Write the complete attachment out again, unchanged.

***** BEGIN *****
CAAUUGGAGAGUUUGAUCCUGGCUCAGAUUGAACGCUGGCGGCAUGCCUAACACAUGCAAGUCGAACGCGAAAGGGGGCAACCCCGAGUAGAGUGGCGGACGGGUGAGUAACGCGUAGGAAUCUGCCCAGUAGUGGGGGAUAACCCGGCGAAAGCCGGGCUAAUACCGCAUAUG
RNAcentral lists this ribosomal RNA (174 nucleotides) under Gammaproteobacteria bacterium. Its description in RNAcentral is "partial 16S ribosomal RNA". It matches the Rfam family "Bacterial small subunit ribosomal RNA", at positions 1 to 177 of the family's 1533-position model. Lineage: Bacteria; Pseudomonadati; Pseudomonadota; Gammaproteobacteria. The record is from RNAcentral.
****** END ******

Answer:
CAAUUGGAGAGUUUGAUCCUGGCUCAGAUUGAACGCUGGCGGCAUGCCUAACACAUGCAAGUCGAACGCGAAAGGGGGCAACCCCGAGUAGAGUGGCGGACGGGUGAGUAACGCGUAGGAAUCUGCCCAGUAGUGGGGGAUAACCCGGCGAAAGCCGGGCUAAUACCGCAUAUG
RNAcentral lists this ribosomal RNA (174 nucleotides) under Gammaproteobacteria bacterium. Its description in RNAcentral is "partial 16S ribosomal RNA". It matches the Rfam family "Bacterial small subunit ribosomal RNA", at positions 1 to 177 of the family's 1533-position model. Lineage: Bacteria; Pseudomonadati; Pseudomonadota; Gammaproteobacteria. The record is from RNAcentral.